Anchorage launches 311 line to make it easier to contact police in a non-emergency

The city of Anchorage recently launched a 311 phone line with the aim of making it easier for residents to contact police about a non-emergency like a stolen car, in addition to reaching the city about other services.

People were having a lot of trouble remembering the Anchorage Police Department's non-emergency number, said MJ Thim, a police spokesman. The number "311" is much simpler to remember in a stressful situation, Thim said.

Meanwhile, Thim and other officials were hopeful that residents would be less likely to call 911 about events that aren't emergencies.

A 911 call is warranted for events that involve crimes of violence, or are life-threatening in nature, like a heart attack, Thim said.

"That's why we need that 911 line to remain open, for those calls," Thim said.

[Alaska's 911 system is 30 years outdated and risking lives, state officials say]

For a stolen car or a smashed-out window, however, call 311, Thim said. Police dispatchers will then direct callers on what to do next.


A car accident with injuries should result in a 911 call, but a fender-bender where no one was injured is a 311 call, Thim said.

The new 311 line also connects to other major city departments, like taxes, transit and street maintenance.

In the week after the city first advertised the new service, the phone line received between 150 and 240 calls a day, said city manager Bill Falsey. About 100 calls on average were going to APD, and the next most-popular was taxes and fees, Falsey said.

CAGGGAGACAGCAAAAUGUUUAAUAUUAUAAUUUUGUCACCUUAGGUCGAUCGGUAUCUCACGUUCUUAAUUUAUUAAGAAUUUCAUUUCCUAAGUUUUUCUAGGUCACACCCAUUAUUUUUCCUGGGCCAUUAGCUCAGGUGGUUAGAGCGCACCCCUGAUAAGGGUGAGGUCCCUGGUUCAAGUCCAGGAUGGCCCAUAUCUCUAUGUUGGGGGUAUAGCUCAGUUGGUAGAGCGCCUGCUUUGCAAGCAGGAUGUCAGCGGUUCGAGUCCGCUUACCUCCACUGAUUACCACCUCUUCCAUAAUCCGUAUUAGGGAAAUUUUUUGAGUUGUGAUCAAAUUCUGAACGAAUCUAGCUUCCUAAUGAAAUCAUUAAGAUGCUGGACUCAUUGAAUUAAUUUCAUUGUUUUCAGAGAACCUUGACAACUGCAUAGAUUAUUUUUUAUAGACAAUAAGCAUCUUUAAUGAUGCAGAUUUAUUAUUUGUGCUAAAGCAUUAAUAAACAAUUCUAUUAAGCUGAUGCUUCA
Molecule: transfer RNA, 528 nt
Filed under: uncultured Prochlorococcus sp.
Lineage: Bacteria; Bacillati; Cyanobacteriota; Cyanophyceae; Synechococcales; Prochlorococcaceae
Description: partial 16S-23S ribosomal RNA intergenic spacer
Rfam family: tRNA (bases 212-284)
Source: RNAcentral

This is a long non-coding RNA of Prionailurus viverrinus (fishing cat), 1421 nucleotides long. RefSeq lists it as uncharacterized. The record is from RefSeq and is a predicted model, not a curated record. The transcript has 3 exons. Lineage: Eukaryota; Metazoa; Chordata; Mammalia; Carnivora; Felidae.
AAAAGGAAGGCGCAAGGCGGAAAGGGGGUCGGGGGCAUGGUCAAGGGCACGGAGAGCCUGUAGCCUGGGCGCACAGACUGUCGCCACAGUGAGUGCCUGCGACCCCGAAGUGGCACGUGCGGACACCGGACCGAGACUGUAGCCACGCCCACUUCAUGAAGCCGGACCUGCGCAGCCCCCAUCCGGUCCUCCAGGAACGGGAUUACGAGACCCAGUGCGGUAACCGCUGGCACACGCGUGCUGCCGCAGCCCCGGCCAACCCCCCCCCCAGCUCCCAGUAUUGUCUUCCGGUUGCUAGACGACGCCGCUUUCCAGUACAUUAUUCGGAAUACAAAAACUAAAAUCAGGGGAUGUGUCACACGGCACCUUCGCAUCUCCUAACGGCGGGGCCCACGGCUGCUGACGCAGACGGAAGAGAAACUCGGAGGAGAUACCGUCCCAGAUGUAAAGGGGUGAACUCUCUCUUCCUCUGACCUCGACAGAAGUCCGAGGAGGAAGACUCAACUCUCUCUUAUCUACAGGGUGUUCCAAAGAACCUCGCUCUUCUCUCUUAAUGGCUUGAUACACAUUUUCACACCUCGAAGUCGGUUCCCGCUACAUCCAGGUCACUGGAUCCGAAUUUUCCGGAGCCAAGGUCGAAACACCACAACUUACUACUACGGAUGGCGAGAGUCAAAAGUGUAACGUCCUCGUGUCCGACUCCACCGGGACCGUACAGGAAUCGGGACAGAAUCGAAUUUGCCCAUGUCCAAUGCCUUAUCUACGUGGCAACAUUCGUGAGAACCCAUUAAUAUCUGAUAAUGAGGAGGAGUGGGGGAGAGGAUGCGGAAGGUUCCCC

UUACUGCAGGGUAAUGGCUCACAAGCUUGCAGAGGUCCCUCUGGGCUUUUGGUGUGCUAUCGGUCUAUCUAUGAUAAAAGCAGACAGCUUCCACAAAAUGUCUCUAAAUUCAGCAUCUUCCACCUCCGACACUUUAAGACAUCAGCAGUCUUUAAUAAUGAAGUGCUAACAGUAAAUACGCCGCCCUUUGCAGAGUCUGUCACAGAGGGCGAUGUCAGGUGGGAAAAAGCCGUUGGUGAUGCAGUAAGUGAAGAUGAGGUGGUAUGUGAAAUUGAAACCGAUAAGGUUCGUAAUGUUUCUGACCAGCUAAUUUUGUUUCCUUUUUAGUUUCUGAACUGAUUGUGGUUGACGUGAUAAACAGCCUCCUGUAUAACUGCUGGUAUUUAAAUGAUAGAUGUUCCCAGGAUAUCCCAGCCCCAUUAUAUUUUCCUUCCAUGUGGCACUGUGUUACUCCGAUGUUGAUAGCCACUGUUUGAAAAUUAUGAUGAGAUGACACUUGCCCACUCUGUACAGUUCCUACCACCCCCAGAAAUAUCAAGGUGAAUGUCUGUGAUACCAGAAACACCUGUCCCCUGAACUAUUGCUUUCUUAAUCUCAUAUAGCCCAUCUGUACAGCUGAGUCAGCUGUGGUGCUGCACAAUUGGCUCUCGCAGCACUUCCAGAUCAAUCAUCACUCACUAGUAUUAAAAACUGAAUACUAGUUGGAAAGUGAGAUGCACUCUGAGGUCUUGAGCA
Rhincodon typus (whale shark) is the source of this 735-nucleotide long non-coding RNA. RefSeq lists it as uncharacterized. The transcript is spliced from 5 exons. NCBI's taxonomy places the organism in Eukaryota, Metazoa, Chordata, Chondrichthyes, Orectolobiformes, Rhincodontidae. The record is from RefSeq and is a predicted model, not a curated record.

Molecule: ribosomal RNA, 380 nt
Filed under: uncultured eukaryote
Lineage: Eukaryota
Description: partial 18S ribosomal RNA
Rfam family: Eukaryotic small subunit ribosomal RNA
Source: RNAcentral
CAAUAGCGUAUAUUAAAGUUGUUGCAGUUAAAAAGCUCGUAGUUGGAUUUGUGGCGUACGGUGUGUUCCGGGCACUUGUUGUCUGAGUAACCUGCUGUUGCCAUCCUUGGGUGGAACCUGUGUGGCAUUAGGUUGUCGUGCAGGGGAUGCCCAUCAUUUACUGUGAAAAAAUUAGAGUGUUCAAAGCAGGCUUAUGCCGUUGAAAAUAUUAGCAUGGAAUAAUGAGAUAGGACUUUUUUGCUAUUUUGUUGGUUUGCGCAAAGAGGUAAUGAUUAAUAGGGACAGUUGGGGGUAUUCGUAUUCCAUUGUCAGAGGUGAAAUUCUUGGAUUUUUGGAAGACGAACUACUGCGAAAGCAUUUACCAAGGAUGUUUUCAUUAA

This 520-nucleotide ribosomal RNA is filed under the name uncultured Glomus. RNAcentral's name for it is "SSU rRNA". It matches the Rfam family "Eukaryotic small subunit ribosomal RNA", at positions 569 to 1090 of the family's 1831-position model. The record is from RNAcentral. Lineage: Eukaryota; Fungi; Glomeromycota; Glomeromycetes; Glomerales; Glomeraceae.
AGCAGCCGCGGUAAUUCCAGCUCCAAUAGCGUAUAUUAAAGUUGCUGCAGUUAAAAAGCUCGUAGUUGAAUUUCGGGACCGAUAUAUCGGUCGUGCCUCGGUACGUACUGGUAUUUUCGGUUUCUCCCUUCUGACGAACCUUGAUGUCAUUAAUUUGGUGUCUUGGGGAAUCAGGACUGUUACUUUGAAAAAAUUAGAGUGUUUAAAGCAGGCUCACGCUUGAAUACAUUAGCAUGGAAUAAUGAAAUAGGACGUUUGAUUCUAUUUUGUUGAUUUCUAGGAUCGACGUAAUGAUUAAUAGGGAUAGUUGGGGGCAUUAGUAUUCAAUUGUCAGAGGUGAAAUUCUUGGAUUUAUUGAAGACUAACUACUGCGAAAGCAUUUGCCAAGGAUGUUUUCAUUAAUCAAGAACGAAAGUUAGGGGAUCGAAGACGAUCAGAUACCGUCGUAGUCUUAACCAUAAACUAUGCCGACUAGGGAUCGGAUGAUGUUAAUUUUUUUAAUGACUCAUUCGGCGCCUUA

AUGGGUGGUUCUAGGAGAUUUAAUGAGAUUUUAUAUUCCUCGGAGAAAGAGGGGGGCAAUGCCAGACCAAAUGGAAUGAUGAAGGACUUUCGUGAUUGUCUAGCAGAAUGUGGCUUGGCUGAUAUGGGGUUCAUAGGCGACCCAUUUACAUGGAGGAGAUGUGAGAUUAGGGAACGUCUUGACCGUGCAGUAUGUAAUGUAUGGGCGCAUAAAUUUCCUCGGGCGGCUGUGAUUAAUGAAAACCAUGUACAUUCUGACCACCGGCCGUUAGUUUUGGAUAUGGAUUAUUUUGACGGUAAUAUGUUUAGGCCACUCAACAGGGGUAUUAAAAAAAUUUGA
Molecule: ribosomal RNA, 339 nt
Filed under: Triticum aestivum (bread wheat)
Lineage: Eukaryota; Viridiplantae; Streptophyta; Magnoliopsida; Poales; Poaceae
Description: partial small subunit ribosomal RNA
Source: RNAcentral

Falsey said the city planned to tweak the menu based on what the most popular items came up first.

Falsey said the 311 line was not a reaction to Anchorage's broader issues with crime, including a spike in property crime since 2014. He said the line had been in the works for months and fit into efforts by the administration of Mayor Ethan Berkowitz and the Anchorage Assembly to make government more accessible and easier to use.

Many cities in the Lower 48 already use 311 systems, Falsey said. He said the shift was straightforward because the city owned the number, and then it was a matter of contacting telecommunications companies.

Devin Kelly

Devin Kelly was an ADN staff reporter.